This event is related to the current exhibition Sophie Calle, “Exquisite Pain” from the Hara Museum Collection. The artist Sophie Calle will talk about this show, which is being reprised after its debut at the Hara Museum in 1999, as well as her other recent work.
Installation view of Sophie Calle, “Exquisite Pain” from the Hara Museum Collection
©Sophie Calle / ADAGP Paris and JASPAR Tokyo, 2018
Photo by Keizo Kioku
Date and Time: February 1 (Friday), 2019 18:30 – 20:00
Interviewer: Aomi Okabe, Art Critic
Place: The Hall at the Hara Museum of Contemporary Art
Fee: 1,500 yen (free seating; museum admission required)
= Reservation Information =
Reservations is now closed.
Born in Paris in 1953, Sophie Calle is a French contemporary artist who has won fame for work that is often controversial and evocative. For the project The Sleepers (1979), Calle photographed and interviewed 28 strangers whom she had invited to come to her home and sleep in her bed. For The Hotel (1981), Calle worked as a chambermaid at a hotel in Venice where she photographed the rooms of the hotel guests. For The Address Book (1983), Calle interviewed the people listed in an address book that she found in the street and then published the interviews in the French daily newspaper Libération. In the 1990s, she embarked on a series of works on sightless persons beginning with The Blind. It was a profound exploration into the nature of sight and perception which lies at the very foundation of art. Calle′s work inspired the author Paul Auster to model a fictional character named Maria Turner after her in his novel Leviathan. Calle in turn assumed the personae of Maria Turner in an installation she created called Double Game (1998). These works, which push the boundaries of contemporary art, remain a focus of much attention today. Calle has held solo exhibitions at major museums throughout the world, including the Tate Gallery (1998) and the Pompidou Center (2003-2004). In 2017, Calle held a solo exhibition in France that was much-talked about for its unusual venue, the Museum of Hunting and Nature. In Japan, she has held several solo exhibitions, including two at the Hara Museum: Exquisite Pain (1999-2000) and For the Last and First Time (2013), the latter of which traveled to the Toyota Municipal Museum of Art (2015) and the Nagasaki Prefectural Museum of Art (2016).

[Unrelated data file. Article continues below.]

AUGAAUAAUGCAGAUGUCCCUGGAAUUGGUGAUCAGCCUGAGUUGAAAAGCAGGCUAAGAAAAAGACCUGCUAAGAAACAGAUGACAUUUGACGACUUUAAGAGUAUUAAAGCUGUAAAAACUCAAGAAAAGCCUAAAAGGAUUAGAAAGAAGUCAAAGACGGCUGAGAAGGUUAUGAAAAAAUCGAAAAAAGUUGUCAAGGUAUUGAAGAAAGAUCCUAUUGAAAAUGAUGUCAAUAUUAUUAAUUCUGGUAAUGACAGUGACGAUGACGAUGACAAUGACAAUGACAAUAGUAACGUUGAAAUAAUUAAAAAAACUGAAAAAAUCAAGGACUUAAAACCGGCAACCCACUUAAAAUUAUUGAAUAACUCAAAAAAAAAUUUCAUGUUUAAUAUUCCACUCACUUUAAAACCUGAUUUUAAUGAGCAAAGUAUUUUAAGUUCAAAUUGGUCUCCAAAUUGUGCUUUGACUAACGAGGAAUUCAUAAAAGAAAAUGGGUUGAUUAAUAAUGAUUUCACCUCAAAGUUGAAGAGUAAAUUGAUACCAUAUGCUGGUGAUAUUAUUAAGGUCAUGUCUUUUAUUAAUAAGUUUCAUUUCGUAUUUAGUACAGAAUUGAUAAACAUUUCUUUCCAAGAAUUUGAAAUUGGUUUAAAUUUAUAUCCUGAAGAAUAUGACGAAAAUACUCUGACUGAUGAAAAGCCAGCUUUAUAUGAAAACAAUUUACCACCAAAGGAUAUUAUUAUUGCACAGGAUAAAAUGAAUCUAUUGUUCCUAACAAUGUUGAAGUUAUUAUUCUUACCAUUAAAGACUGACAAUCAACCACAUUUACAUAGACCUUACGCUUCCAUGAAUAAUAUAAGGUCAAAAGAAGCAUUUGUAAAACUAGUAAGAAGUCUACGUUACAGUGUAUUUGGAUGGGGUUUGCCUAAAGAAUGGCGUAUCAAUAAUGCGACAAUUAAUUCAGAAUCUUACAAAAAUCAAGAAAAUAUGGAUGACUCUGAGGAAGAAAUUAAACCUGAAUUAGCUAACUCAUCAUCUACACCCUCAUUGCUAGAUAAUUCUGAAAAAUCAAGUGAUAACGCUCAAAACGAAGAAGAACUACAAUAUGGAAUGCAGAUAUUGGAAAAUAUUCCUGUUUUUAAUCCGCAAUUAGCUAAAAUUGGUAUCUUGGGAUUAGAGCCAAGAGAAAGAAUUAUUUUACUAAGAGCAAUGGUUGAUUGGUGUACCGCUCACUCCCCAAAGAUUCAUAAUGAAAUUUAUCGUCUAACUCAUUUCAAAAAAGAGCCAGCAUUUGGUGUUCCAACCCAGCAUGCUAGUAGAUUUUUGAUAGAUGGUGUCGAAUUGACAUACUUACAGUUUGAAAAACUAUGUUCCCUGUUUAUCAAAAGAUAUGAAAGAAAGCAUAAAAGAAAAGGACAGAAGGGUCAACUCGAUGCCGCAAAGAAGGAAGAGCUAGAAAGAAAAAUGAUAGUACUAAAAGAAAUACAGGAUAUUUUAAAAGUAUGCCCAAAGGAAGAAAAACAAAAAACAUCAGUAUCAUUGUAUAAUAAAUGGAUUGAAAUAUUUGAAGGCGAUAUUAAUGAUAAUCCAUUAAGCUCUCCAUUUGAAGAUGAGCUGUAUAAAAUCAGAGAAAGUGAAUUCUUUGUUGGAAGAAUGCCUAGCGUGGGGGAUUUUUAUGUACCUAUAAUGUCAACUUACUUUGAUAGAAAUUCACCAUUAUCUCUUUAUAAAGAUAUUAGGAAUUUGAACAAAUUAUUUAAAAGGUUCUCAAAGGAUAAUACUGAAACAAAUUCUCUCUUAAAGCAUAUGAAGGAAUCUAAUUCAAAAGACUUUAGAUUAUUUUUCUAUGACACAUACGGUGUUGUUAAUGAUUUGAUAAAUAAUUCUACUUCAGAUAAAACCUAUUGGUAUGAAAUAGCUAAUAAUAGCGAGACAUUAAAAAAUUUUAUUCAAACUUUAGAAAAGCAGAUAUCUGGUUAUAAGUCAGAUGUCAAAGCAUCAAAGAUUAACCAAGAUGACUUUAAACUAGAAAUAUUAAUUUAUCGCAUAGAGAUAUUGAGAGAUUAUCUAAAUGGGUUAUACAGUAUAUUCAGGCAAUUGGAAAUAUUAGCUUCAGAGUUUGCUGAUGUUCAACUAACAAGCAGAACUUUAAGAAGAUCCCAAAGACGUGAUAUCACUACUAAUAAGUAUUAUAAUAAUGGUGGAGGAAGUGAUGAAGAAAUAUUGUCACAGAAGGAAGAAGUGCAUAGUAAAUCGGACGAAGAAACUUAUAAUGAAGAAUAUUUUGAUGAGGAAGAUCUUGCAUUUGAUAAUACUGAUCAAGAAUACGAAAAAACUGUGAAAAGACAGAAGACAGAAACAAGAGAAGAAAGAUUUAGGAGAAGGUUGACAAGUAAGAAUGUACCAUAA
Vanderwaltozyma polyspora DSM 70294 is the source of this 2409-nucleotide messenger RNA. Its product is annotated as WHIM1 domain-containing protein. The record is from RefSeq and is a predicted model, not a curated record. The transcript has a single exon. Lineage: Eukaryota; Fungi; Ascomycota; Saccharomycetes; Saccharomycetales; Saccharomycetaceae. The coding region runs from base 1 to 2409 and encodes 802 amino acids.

Artistic Director of the exhibitions of the Maison de la Culture du Japon in Paris since 2014 and Director of the International Affaires Department of the Committee for “Ueno, a Global Capital of Culture” since 2018. Aomi Okabe was a professor at the Musashino Art University for 12 years, after working as Chief Curator at the Mercien Karuizawa Museum for 5 years. She was also a lecturer and Visiting Professor at the École nationale supérieure des beaux-arts for two years and spent a year as the Visiting Researcher at the New York University. Her main achievements include being co-commissioner of “le Japon des avant-gardes 1910-70”exhibition in Pompidou Center(1986), primary judge of the biennale of Art films ( 1990, 92, Pompidou Center ), curator of “Georges Rousse, Hanshin ArtＡ Project” (1995), curator of “Georges Rousse in Miyagi”(2013), and since 2016 at the Maison de la Culture du Japon à Paris, curator of exhibitions “Daito Manabe and Motoi Ishibashi”, “Rei Naito” and “Tomoko Yoneda” etc.. She graduated from the International Christian University in Tokyo, has a master degree from the Sorbonne University and a Diplôme de recherche approfondie from the Ecole du Louvre. She realized the documentary film of “Atsuko Tanaka, another Gutai” and her publications include “Art, Women and Images-Glocal Women” which is a feminisｔ analysis of international women artists in photography and video and also ”Curiosity on Arts- Real Muséologie “, the initiation of the contemporary Japanese arts, etc.. She founded the interview web site for the Japanese Art’s scene; http://apm.musabi.ac.jp/imsc/cp/.